Reflections on Lent, fasting and Flint crisis

Lawrence Ventline

A recent walk on Caniff or Jos. Campau in Hamtramck may have surprised some passersby who glanced at the black ash-smeared foreheads of the faithful freshly marked with the cross-shaped reminder of their mortality. They were evident near Queen of Apostles Church on Conant and St. Florian Church only blocks away from Jos. Campau.

For millions of Christians, including Catholics, a 40-day penitential season of Lent started last week. It continues through Holy Thursday evening of the week when the same believers celebrate Easter Sunday late next month.

An Old English word, “Lencten” means “springtime.” It’s a time of intense praying, fasting, abstaining from meat on Fridays, charitable giving and forgiving others. The trek is similar to the 30-day Ramadan of Muslims.

Passing through the diverse town between Highland Park and Detroit, I saw long lines of people from Waterford, New Haven, Shelby Township and elsewhere at the two landmark Polish-American bakeries on Jos. Campau. These shoppers aimed to get their hands on the traditional paczki just before the Ash Wednesday rigor of forgetting about such treats for six weeks.

Christians intend to focus on the living, suffering and dying of Jesus the Christ, the Son of God, who came to show them “the way, the truth and the life” and to save them from the grip of sin and death.

“Do they have ashes sprinkled on those paczki?” I asked members of the cheerful crowds who noticed the Roman collar around my neck. “No!” one blond-haired lady yelled back, “but they have lemon, prune, raspberry and more.”

“The line is up front, Father Ventline” one elderly man blurted out, obviously aware of my visits and “street evangelizing.” After bit of friendly conversation, I moved on.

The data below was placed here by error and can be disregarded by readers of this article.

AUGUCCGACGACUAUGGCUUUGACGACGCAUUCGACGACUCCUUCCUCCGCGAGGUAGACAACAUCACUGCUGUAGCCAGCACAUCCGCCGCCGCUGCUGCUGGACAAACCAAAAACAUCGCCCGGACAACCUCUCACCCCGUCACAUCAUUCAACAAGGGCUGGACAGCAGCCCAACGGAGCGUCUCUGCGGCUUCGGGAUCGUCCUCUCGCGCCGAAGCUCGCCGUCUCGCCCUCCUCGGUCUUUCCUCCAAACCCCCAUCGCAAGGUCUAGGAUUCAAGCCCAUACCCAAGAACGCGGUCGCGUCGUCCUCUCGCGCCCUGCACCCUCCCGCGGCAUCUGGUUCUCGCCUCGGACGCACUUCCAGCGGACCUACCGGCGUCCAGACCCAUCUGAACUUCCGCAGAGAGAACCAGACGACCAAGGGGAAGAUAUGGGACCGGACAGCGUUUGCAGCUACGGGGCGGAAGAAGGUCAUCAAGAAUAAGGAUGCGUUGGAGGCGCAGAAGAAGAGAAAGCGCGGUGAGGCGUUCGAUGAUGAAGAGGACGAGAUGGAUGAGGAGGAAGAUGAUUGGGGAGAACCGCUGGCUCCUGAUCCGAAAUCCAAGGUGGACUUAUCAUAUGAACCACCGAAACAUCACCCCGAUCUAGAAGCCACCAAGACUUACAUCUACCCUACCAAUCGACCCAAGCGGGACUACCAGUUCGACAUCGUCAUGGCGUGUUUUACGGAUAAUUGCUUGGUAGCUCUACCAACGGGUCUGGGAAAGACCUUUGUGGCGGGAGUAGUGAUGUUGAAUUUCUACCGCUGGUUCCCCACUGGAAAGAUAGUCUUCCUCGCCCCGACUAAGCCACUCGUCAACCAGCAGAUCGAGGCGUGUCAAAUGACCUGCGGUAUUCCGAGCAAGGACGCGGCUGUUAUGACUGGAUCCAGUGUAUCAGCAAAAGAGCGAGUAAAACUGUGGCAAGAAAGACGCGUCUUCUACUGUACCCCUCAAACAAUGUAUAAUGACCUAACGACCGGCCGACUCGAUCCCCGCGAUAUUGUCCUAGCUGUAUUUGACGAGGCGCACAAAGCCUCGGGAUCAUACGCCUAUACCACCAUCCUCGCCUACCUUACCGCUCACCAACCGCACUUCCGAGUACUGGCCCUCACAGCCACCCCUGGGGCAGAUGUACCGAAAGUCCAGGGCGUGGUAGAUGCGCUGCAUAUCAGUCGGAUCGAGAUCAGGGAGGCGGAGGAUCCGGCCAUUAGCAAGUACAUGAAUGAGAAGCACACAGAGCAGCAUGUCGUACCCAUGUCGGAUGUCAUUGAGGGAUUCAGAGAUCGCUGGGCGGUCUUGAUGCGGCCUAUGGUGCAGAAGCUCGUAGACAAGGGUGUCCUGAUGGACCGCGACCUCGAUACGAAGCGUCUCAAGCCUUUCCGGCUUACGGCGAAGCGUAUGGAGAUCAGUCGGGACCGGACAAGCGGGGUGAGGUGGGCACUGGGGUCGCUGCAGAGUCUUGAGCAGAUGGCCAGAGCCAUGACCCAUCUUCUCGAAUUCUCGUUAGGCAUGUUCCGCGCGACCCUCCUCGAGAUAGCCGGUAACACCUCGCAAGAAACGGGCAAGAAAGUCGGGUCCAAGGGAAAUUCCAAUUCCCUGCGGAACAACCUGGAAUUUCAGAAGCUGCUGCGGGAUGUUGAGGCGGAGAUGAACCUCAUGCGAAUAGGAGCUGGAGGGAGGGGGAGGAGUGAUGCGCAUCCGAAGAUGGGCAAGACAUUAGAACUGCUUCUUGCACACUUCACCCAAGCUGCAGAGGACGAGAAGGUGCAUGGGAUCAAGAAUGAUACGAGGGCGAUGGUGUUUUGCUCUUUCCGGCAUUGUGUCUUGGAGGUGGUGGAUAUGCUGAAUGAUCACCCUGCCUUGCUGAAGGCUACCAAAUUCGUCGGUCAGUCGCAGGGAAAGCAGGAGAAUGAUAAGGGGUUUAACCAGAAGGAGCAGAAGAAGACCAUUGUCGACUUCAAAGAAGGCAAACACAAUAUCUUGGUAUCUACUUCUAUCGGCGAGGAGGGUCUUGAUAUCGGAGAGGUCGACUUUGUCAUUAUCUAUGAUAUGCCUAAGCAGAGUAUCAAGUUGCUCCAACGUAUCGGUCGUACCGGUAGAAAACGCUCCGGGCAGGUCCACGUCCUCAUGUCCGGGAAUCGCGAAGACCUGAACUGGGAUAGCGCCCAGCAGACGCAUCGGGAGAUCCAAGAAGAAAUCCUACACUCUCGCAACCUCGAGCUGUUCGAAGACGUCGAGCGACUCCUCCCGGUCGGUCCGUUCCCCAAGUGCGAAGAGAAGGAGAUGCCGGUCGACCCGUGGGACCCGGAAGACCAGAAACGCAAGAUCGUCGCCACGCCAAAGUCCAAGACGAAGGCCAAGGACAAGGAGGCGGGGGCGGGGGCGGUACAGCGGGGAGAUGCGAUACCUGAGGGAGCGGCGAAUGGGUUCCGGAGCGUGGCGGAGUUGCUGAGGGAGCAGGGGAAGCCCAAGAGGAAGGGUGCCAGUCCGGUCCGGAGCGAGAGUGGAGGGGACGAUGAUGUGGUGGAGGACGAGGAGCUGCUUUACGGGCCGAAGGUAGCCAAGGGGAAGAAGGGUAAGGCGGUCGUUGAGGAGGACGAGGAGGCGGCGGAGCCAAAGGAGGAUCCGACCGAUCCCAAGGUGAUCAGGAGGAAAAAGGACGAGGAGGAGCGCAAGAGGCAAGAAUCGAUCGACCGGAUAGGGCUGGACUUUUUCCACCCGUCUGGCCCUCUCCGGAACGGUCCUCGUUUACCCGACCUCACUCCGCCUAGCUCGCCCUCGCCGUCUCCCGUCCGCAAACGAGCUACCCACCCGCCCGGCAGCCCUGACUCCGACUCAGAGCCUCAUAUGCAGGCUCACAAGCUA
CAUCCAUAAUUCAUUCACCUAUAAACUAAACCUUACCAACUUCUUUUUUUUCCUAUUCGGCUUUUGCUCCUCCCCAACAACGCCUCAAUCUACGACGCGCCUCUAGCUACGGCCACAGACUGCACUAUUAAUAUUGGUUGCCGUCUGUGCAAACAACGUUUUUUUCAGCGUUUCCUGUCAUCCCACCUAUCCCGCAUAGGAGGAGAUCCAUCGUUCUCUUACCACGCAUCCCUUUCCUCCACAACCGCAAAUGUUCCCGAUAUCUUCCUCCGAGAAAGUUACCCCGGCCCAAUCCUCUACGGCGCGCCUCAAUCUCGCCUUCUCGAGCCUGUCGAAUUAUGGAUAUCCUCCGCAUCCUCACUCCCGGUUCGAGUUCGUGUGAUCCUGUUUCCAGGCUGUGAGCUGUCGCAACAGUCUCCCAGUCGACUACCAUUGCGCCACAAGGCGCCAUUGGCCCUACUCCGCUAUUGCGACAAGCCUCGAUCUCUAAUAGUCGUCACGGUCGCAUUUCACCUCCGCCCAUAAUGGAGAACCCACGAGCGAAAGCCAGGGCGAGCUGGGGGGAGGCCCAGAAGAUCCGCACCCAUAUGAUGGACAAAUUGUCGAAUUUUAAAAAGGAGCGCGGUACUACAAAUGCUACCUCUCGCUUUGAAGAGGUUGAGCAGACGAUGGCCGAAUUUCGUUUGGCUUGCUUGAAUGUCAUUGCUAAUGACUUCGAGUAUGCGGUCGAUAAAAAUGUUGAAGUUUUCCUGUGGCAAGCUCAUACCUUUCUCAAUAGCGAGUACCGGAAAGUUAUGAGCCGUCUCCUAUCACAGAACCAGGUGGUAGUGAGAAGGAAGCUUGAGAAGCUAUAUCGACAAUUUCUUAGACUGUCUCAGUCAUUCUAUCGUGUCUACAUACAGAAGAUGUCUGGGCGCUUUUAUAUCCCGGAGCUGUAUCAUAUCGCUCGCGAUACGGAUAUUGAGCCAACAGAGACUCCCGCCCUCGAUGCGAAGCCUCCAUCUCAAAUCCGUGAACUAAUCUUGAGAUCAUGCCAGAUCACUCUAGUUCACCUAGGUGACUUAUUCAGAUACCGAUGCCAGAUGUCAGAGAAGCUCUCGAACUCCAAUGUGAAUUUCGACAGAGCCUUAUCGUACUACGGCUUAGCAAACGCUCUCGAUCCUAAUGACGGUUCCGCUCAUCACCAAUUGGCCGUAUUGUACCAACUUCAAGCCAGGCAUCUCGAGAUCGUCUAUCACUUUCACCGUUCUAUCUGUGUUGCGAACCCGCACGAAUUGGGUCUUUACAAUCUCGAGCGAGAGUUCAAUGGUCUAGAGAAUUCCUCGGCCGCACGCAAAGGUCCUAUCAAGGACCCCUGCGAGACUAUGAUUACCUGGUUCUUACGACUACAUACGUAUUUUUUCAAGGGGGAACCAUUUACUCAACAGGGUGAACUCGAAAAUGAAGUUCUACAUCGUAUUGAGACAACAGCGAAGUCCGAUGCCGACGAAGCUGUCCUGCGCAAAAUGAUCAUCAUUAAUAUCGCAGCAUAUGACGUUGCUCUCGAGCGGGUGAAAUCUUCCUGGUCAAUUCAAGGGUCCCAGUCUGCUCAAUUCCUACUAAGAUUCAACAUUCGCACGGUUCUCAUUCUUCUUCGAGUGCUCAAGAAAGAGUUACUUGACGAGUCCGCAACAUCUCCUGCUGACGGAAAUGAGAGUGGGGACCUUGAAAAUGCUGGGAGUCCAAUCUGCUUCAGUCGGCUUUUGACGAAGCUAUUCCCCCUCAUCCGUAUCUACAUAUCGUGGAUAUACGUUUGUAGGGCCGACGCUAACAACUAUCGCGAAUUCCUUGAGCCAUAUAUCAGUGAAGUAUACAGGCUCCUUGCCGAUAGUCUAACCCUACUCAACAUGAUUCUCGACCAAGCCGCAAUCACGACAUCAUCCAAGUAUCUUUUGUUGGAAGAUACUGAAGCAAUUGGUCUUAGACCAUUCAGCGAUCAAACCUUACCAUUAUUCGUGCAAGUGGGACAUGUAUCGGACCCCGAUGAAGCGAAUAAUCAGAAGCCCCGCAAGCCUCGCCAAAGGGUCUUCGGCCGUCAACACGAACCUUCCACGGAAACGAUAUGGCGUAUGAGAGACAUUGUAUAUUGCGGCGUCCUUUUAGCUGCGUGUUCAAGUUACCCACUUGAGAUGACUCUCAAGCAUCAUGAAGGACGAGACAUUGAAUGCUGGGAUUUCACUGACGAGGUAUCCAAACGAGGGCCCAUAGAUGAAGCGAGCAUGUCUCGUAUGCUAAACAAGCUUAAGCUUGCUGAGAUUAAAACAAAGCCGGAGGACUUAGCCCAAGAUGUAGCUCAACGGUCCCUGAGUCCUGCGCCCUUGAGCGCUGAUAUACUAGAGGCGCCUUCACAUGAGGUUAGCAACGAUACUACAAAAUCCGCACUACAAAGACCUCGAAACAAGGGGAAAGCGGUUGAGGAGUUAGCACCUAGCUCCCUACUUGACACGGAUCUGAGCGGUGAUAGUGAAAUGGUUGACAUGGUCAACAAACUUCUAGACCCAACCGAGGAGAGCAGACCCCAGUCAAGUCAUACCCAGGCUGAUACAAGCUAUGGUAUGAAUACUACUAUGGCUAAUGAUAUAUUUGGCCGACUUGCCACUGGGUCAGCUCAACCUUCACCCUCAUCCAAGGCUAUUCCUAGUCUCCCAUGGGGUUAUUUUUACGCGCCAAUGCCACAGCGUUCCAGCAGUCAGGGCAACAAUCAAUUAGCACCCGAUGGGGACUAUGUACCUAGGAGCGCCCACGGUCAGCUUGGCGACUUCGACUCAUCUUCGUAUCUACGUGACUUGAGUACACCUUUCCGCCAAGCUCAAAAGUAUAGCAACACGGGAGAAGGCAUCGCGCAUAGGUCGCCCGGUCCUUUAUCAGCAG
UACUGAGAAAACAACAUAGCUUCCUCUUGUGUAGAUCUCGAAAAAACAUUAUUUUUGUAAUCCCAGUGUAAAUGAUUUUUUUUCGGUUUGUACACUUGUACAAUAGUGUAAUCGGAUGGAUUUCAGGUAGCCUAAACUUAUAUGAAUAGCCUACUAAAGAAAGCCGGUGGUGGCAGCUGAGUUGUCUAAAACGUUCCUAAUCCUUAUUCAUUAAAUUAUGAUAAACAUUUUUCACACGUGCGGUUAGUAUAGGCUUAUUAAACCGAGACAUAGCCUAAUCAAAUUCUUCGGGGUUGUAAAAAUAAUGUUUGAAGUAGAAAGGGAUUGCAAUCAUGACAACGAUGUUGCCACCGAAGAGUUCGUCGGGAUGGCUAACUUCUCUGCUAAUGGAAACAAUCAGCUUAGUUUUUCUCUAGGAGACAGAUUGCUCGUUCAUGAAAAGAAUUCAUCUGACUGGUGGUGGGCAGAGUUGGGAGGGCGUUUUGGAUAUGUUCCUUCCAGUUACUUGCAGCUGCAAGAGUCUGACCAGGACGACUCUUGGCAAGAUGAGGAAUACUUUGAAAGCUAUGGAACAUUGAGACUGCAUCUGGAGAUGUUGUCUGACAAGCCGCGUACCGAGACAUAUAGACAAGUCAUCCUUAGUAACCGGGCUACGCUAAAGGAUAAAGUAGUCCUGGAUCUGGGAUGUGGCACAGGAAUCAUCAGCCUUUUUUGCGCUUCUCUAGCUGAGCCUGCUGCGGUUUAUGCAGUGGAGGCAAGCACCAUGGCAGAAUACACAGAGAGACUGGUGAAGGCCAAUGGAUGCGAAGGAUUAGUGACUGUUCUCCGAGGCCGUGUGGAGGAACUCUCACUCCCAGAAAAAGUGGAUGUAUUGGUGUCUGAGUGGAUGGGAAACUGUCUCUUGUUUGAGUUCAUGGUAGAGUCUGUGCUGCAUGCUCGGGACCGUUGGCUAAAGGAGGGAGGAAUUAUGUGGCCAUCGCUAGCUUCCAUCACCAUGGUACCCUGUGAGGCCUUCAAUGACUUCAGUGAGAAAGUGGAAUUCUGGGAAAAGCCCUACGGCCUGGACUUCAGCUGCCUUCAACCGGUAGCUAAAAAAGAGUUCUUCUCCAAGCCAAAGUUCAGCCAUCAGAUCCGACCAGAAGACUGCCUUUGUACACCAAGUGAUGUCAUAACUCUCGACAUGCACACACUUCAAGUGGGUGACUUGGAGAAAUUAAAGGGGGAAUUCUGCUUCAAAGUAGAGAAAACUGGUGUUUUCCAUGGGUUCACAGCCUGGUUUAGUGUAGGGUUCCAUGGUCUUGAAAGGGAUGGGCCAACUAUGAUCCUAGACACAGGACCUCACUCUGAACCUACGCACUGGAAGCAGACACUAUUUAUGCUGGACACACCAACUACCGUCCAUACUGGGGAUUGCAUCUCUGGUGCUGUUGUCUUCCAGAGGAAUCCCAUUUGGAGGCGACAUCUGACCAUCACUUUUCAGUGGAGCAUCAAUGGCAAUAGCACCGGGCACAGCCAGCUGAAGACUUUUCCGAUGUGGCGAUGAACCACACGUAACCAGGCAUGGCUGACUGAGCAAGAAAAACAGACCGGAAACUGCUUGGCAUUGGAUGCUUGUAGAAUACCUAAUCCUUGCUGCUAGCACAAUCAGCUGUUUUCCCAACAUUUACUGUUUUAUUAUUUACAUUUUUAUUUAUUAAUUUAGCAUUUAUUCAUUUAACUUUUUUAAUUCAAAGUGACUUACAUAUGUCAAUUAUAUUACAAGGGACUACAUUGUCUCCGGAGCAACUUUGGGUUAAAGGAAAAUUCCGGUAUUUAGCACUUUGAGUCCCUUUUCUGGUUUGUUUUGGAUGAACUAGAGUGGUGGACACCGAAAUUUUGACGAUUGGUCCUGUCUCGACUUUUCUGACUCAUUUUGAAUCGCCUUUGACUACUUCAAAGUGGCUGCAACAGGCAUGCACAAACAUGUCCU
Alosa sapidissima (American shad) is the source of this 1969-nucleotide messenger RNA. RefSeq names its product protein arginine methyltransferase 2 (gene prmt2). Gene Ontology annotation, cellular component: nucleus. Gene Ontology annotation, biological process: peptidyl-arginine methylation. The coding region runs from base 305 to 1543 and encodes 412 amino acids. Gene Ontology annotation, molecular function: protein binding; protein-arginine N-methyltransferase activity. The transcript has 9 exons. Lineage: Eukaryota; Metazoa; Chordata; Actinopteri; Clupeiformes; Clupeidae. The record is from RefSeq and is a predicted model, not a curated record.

On my way to the Polish Market across the street, I thought of the toxic neglect of the Flint River and, how residents in that automobile city would observe Lent now that they have been exposed to contaminated drinking water for more than a year.

The children came to mind as the health risks are greatest for the young in the poor and largely African-American community.

After all, at Easter believers will watch water pour over the heads of the newly claimed Christians who are baptized or received into the church as adults or children.

As they join the Christian community, will the water still be orange-colored and contaminated? I wondered. Did race play a role in the decisions to save money in Flint? Could that happen in Dearborn, Ferndale or Birmingham? What if local officials who live in Flint made the final determination to stop using Detroit's water? Would the story end in such horror?

While I traveled home after my few-hour trek through another troubled town along Detroit's borders, I thought about misery, mercy and more. My own plans for Lent suddenly sobered me all over from heart and soul to saddened reasoning.

As I lay my head on my bed pillow later that night, I thanked God for priceless water, for Flint, and for what may be a Lent that seems longer than usual, at least for my acquaintances in Flint.

Lawrence Matthew Ventline is a Catholic pastor and a board certified professional counselor. He resides in Harrison Township.